Finally, the classifier was applied in a 'supra-regional survey' to other areas of northern Mesopotamia. To discard false positive sites, a software tool was used to compare the position of sites detected in the SRTM with other sources of information such as topographic maps, or LANDSAT imagery (image above, right) and to record the height for any of these sites (image above, left).
The sites visible in the SRTM clearly map the northern part of the fertile crescent with the most elevated mounds and the highest number of mounds at its outermost border.
In comparison with, for example, sites registered in the ASPRO atlas (images above, top) the map of 'tell-like' mounds shows a highly comprehensive distribution of these sites in the digital elevation model (images above, bottom).
3. Spectral imagery ASTER
Two different data sets have been used in the search for former settlement sites in multispectral ASTER imagery (see image above). The training data comprised 133 sites identified in CORONA imagery (the same data as used for the validation of the SRTM algorithm). The test data were obtained from a ground survey around Tell Hamoukar, approx. 100km east of the training area (Ur 2002a & 2002b).
3.2 Design of the classifier
Different from the SRTM with its global coverage, ASTER scenes cover survey regions of a certain size only partially (image above, top left), but at different timepoints (image above, top right). In the training area of the Khabur region, 2-15 observations were available for each of the tells.
The ASTER sensor onboard the TERRA satellite provides imagery with 14 bands from the visible infrared to the thermal infrared, the spatial resolution ranges from 15-90m for the different bands. Different features like vegetation indices, or correlation with prototype spectra can be derived from these 14 bands and have been used as input to the classification (Menze & Ur forthcoming).
The idea of detecting the spectral signature of tells in ASTER scenes is to design a binary classifier to classify each image individually. A multi-temporal sampling strategy of the training data allows us to use one classifier for all different scenes (Menze & Ur forthcoming). Finally the results of all scenes available for a certain region are pooled.
The classifier was applied to an area centered around Tell Hamoukar. In an area of approx. 275km2 size, a number of 75 settlement sites were confirmed in ground survey. Criteria were moundedness, a certain sherd density or the presence of lighter anthropogenic soils, out of which at least two had to be fulfilled at any of these sites (Ur 2002a & 2002b).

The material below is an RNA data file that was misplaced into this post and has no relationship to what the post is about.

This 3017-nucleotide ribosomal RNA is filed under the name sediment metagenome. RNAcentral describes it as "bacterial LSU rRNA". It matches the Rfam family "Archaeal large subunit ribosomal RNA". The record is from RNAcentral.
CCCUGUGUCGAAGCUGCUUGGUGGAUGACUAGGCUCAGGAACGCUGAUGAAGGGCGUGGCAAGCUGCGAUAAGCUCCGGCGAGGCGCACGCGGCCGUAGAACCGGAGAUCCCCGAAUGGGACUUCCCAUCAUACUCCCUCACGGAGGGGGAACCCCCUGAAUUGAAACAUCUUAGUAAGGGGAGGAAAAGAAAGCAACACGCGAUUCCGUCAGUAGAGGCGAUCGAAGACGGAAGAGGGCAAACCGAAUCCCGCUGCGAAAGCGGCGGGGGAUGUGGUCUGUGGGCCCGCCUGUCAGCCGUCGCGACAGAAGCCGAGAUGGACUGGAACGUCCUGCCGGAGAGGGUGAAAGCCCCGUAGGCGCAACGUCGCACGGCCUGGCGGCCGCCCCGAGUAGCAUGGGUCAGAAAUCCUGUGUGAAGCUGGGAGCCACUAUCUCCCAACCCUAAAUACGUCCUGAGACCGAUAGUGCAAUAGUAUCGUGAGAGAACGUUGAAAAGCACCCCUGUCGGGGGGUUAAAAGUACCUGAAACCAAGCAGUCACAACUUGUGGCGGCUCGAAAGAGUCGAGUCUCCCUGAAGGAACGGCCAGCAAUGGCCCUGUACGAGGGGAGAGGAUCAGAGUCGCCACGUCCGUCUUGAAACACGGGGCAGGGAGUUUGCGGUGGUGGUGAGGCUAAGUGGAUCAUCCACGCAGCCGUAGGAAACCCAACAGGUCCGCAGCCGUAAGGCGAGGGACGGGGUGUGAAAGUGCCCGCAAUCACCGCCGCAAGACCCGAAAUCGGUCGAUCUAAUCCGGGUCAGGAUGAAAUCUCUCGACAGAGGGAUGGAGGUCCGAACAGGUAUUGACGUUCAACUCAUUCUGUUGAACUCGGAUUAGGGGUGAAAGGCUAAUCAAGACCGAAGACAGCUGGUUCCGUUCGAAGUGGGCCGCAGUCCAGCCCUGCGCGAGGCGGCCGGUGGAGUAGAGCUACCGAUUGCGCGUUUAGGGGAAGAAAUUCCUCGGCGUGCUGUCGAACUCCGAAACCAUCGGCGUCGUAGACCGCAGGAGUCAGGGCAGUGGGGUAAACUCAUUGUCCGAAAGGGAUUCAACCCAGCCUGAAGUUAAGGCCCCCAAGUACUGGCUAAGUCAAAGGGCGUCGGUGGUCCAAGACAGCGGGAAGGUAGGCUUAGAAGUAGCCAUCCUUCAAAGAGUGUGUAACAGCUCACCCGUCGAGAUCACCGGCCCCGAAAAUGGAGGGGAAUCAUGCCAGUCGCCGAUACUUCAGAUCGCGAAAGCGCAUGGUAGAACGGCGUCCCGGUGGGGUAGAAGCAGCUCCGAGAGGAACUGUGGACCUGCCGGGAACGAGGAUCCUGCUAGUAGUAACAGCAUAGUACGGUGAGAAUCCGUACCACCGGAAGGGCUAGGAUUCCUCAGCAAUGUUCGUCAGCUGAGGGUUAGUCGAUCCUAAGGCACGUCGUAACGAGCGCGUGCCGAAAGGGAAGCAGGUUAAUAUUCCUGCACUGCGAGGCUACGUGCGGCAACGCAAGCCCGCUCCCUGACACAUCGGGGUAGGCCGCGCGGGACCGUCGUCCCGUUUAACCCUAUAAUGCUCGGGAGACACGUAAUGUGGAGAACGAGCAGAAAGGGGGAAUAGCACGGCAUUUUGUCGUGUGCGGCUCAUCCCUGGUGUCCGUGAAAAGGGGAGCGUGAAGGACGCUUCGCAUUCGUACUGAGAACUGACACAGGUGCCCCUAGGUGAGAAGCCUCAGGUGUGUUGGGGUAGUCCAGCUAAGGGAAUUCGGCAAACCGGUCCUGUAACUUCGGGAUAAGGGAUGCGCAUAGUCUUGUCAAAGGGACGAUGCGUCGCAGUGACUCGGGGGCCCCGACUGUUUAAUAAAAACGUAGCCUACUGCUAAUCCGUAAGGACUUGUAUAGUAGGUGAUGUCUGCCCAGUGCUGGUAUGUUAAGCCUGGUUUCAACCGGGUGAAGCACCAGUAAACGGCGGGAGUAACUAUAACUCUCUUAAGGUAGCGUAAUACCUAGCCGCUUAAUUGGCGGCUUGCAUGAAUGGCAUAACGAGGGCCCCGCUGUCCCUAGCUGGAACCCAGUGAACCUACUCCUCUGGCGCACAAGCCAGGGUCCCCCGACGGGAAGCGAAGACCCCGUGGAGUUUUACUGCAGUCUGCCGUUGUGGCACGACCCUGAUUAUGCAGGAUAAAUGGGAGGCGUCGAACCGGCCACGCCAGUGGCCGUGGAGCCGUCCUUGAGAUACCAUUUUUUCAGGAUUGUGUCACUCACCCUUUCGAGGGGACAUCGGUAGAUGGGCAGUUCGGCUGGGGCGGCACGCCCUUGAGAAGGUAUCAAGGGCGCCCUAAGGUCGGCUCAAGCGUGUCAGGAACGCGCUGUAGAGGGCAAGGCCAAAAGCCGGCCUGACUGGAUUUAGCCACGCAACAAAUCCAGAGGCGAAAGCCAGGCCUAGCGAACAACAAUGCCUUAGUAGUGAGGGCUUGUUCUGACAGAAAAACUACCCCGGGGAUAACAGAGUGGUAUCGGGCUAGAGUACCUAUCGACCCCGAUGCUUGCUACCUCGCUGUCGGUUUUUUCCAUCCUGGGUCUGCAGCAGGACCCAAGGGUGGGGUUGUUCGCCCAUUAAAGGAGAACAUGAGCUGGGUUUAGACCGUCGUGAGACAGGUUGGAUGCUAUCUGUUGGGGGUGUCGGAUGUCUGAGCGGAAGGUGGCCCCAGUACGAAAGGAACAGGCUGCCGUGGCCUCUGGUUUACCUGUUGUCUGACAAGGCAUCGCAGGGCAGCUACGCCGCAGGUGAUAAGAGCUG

A total of nine ASTER scenes were available for this area, from the time of 2003-2007, none of them with overlap to the training region.
All scenes were classified and the resulting probability maps were averaged (image above, top left) and thresholded at 0.5 probability (image above, top right). Results were compared with the ground truth (image above, bottom left) and true/false positives and false negatives were assessed (image above, bottom right) (Menze & Ur forthcoming).
All connected areas with a size of more than 15 pixels (pixel size 15m*15m) were evaluated. In total 34 sites were identified, i.e. were true positives, at a number of 21 false positives. Out of the 49 sites which had a size of more than 2ha (equivalent to the size of 2 pixels in the thermal infrared band), 32 could be detected.
True positive sites were inspected in high resolution imagery (top image above). Light soil marks are visible and correlate well with the extensions of the ASTER classification (bottom image above, yellow), while no correlation with vegetation can be observed.
False negative sites (red colored pixels, image above) occurred when the extensions of a site in multispectral imagery did not match the extensions recorded on the ground (outlined white, image above). Also fields in the vicinity of confirmed sites showed tell-like soil patterns, possibly due to a leveling of former sites and a distribution of their soils.
The potential of the ASTER classification in its use for a local survey can be assessed when comparing the information of standard high resolution imagery (top image above) with the outcome of the classification (bottom image above, tell-like soil marks indicated by brighter colors). Future steps will be the prospective evaluation of the results on the ground and the combined application of SRTM and ASTER based search for ancient settlement sites.
|OpenAtlas sites referred to in, or relevant to, this essay:|
L'Atlas des Sites du PRoche-Orient (ASPRO), http://www.mom.fr/Atlas-des-Sites-du-PRoche-Orient.html. Accessed: 3 March 2007
Menze et al. 2006a
Menze, B.H., B.M. Kelm and F.A. Hamprecht 2006, 'From Eigenspots to Fisherspots latent spaces in the detection of spot patterns in a highly varying background', 255-62 in H.J. Lenz and R. Decker (eds), Advances in Data Analysis, vol. 33 of Studies in Classification, Data Analysis, and Knowledge Organization, Heidelberg and Berlin: Springer.
Menze et al. 2006b
Menze, B.H., J.A. Ur and Sherratt A.G 2006, 'Detection of Ancient Settlement Mounds: Archaeological Survey Based on the SRTM Terrain Model', Photogrammetric Engineering & Remote Sensing, 72:321-7.
Menze & Ur forthcoming
Menze, B.H. and J.A. Ur forthcoming, 'Classification of multispectral ASTER imagery in archaeological settlement survey in the Near East', in , Proceeding of the 10th International Symposium on Physical Measurements and Signature in Remote Sensing (ISPMSRS 07), Switzerland: Davos.
Sherratt, A., 'Spotting tells from space', Antiquity: Project Gallery, 78 No. 301, September 2004. http://antiquity.ac.uk/ProjGall/sherratt/.
Ur, J.A. 2002, 'Surface Collection and Offsite Studies at Tell Hamoukar, 1999', Iraq, 64:15-43.
Ur, J.A. 2002, 'Settlement and landscape in Northern Mesopotamia: The Tell Hamoukar Survey 2000-2001', Akkadica, 123:57-88.
Ur, J.A. 2004, Urbanism and Society in the third Millennium upper Khabur Basin, PhD dissertation: University of Chicago.
Wilkinson et al. 2006
Wilkinson, K.N., A.R. Beck and G. Philip 2006, 'Satellite Imagery as a Resource in the Prospection for Archaeological Sites in Central Syria', Geoarchaeology, 21:735-50.